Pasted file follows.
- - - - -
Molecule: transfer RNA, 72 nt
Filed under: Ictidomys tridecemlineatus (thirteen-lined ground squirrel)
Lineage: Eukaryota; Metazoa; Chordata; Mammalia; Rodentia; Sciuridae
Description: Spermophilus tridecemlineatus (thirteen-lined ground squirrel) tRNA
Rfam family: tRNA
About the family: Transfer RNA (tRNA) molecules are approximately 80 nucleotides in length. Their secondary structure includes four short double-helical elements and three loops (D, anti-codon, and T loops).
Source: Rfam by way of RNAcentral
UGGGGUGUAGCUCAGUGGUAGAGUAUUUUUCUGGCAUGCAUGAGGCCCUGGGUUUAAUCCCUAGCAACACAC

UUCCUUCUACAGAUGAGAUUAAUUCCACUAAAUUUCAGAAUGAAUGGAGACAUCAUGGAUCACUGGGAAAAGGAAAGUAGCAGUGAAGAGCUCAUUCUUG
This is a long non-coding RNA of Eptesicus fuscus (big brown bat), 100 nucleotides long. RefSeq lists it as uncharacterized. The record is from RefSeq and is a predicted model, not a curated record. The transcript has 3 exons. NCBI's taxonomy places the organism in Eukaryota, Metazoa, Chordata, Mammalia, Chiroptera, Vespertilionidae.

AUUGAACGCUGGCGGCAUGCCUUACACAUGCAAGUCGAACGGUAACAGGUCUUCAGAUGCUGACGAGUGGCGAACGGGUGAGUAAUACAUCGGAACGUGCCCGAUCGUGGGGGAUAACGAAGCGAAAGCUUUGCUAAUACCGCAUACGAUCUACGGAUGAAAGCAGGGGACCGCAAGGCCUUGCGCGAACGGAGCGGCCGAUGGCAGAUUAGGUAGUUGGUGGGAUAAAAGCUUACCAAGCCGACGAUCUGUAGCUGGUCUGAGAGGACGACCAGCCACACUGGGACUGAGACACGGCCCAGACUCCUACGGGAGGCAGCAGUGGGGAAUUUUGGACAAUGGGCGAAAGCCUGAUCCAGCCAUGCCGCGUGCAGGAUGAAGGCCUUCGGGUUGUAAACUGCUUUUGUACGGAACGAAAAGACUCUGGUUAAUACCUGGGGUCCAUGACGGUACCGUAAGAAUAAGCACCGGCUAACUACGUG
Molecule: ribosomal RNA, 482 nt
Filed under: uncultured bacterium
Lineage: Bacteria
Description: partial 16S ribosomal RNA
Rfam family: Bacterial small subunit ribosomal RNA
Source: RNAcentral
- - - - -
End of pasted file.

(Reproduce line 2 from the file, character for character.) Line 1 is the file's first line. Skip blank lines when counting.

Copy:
Filed under: Ictidomys tridecemlineatus (thirteen-lined ground squirrel)